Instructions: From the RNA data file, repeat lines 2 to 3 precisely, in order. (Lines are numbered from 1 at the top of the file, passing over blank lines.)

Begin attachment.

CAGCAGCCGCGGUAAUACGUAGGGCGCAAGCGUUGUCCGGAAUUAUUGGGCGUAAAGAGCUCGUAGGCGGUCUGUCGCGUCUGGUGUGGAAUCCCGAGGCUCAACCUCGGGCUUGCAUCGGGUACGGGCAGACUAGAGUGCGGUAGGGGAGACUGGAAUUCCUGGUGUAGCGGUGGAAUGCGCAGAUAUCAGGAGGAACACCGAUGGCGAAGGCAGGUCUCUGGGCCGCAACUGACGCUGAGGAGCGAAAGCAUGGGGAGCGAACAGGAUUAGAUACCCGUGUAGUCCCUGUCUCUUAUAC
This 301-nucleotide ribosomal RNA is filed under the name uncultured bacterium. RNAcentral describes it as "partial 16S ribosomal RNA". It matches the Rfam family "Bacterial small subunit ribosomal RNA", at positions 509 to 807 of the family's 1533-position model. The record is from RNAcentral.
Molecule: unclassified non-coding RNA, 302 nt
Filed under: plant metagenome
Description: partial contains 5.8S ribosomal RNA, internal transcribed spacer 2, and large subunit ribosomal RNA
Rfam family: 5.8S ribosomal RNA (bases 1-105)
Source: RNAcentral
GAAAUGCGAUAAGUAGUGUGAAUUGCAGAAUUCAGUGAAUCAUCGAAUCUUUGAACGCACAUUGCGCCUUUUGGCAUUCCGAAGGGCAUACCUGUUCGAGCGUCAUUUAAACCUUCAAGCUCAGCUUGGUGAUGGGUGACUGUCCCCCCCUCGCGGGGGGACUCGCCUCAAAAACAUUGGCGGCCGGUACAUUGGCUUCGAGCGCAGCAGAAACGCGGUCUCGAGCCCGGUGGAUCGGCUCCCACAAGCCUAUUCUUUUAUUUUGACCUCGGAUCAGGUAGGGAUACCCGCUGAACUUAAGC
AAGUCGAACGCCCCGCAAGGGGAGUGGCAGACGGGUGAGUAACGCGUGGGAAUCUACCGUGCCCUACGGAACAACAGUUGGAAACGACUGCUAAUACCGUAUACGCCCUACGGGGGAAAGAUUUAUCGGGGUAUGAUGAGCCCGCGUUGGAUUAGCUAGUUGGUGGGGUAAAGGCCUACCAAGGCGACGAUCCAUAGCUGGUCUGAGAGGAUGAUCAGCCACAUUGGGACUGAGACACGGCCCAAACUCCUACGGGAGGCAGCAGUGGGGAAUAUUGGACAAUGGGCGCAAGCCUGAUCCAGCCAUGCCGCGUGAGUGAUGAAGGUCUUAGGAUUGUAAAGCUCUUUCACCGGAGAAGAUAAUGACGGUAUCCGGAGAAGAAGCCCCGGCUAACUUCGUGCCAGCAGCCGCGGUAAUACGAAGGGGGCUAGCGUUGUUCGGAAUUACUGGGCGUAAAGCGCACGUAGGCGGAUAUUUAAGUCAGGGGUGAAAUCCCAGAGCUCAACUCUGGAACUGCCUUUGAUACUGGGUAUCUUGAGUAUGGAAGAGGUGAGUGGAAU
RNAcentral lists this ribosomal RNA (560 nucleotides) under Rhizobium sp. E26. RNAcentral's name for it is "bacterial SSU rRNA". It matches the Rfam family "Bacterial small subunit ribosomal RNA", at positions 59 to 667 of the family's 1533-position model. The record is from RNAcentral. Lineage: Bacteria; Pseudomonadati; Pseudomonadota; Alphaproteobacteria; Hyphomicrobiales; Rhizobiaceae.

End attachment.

This 301-nucleotide ribosomal RNA is filed under the name uncultured bacterium. RNAcentral describes it as "partial 16S ribosomal RNA". It matches the Rfam family "Bacterial small subunit ribosomal RNA", at positions 509 to 807 of the family's 1533-position model. The record is from RNAcentral.
Molecule: unclassified non-coding RNA, 302 nt